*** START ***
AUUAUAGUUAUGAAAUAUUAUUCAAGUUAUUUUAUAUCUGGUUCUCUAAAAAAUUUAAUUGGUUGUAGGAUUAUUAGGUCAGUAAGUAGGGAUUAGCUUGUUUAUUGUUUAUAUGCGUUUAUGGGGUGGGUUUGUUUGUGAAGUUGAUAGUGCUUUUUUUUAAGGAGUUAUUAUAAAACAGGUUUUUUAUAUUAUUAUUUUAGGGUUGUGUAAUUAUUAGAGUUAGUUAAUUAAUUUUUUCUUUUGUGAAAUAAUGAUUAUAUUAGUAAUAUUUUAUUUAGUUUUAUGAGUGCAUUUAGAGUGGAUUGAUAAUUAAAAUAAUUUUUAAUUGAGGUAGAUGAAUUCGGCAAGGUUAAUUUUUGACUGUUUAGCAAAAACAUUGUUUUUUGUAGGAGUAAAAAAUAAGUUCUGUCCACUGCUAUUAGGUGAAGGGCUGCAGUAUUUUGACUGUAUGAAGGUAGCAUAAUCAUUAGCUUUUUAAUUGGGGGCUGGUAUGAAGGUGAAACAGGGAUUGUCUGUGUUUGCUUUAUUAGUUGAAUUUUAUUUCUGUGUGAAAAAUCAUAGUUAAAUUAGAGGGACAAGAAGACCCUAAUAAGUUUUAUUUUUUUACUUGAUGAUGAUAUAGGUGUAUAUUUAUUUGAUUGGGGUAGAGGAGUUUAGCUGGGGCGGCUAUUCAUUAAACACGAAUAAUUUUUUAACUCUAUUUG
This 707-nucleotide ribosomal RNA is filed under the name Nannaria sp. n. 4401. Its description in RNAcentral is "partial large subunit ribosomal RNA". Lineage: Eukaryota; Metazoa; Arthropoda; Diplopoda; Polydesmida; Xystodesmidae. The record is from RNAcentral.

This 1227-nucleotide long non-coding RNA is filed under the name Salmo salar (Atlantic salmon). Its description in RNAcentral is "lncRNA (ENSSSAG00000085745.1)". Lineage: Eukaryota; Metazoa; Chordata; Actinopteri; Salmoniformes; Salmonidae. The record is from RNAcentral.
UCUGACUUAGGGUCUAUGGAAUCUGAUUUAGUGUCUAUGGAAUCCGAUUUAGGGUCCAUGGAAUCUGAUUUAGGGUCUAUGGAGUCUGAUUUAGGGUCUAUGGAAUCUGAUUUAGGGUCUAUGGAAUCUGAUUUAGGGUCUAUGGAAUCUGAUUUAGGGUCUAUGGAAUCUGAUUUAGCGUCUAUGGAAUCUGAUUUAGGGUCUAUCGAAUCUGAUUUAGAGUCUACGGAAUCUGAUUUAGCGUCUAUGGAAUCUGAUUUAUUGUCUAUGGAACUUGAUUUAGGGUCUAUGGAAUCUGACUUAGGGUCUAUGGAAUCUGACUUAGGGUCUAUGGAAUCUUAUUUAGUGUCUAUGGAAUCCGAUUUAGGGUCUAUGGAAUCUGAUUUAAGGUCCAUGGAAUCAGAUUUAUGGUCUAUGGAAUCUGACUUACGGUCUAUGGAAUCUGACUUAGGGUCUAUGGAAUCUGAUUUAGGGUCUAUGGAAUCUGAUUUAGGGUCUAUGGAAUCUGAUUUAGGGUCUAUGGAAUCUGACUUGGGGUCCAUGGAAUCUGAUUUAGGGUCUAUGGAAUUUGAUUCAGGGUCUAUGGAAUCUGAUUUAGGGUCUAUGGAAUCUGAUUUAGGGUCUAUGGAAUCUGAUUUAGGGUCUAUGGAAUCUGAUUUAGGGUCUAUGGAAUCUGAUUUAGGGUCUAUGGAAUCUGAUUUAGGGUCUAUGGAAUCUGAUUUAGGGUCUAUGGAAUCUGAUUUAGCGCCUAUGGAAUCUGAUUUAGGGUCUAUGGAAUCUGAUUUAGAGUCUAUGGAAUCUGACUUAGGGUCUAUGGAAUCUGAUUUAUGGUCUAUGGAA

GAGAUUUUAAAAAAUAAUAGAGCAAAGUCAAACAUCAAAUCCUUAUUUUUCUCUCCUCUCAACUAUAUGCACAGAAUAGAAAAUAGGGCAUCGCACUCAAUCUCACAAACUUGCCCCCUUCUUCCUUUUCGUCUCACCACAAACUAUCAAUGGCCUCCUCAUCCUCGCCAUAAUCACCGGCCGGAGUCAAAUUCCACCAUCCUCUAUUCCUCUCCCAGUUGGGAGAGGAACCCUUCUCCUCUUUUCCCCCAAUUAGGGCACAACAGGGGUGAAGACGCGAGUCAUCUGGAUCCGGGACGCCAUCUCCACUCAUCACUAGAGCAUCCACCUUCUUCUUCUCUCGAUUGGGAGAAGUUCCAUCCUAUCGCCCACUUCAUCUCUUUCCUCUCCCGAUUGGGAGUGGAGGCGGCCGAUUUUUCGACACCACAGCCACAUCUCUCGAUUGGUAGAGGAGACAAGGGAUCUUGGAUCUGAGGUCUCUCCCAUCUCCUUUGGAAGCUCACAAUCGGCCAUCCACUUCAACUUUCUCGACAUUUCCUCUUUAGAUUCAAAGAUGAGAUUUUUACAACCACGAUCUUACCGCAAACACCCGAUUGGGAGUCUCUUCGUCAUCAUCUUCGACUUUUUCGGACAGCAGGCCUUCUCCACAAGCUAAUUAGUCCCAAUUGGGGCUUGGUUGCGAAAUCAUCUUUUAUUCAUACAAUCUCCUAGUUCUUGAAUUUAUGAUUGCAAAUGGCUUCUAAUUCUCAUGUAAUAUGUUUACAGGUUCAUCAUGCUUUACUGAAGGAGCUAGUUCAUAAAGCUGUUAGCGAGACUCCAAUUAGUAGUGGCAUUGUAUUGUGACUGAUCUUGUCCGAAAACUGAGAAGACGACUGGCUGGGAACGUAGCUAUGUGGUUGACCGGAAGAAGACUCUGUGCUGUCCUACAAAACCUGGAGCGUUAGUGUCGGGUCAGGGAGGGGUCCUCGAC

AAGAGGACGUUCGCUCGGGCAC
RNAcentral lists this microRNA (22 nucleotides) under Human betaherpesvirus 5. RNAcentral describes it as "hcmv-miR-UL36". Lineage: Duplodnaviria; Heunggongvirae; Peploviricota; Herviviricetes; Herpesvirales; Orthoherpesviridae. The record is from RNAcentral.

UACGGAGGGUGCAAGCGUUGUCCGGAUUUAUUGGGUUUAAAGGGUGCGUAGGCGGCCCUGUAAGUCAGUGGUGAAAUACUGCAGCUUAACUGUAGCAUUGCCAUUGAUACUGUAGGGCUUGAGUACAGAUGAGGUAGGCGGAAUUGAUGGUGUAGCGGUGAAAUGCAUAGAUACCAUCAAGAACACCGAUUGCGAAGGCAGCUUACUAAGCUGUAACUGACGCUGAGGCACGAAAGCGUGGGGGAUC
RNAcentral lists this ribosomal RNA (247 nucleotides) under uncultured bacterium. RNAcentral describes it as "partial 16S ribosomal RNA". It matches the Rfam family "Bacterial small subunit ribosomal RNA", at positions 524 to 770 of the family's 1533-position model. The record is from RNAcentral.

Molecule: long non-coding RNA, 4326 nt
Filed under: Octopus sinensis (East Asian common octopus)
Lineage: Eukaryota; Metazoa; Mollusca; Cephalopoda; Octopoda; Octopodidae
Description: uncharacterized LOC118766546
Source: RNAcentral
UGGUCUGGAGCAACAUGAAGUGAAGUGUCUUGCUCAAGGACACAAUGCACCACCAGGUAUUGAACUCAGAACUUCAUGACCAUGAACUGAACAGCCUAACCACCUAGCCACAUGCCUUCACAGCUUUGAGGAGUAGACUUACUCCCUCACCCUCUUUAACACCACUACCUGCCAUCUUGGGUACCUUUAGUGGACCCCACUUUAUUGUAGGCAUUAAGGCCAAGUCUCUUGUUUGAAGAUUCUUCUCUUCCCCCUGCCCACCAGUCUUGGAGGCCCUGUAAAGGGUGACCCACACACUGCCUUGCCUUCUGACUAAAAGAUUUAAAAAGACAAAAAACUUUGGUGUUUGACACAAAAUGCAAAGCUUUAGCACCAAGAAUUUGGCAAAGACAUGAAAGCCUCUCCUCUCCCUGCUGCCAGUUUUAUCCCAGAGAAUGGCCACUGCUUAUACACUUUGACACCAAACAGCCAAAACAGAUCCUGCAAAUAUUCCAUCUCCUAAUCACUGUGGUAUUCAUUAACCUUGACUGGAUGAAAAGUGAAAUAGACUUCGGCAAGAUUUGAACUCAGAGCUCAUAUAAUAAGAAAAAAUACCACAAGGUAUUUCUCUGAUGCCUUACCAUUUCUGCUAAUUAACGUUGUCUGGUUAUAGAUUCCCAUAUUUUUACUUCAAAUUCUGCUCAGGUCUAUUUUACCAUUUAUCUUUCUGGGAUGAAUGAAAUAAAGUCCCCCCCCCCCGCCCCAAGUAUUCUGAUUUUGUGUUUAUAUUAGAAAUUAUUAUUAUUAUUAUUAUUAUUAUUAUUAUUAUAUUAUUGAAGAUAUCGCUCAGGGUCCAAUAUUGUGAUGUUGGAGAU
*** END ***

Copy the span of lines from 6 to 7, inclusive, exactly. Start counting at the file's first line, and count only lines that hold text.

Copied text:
AAGAGGACGUUCGCUCGGGCAC
RNAcentral lists this microRNA (22 nucleotides) under Human betaherpesvirus 5. RNAcentral describes it as "hcmv-miR-UL36". Lineage: Duplodnaviria; Heunggongvirae; Peploviricota; Herviviricetes; Herpesvirales; Orthoherpesviridae. The record is from RNAcentral.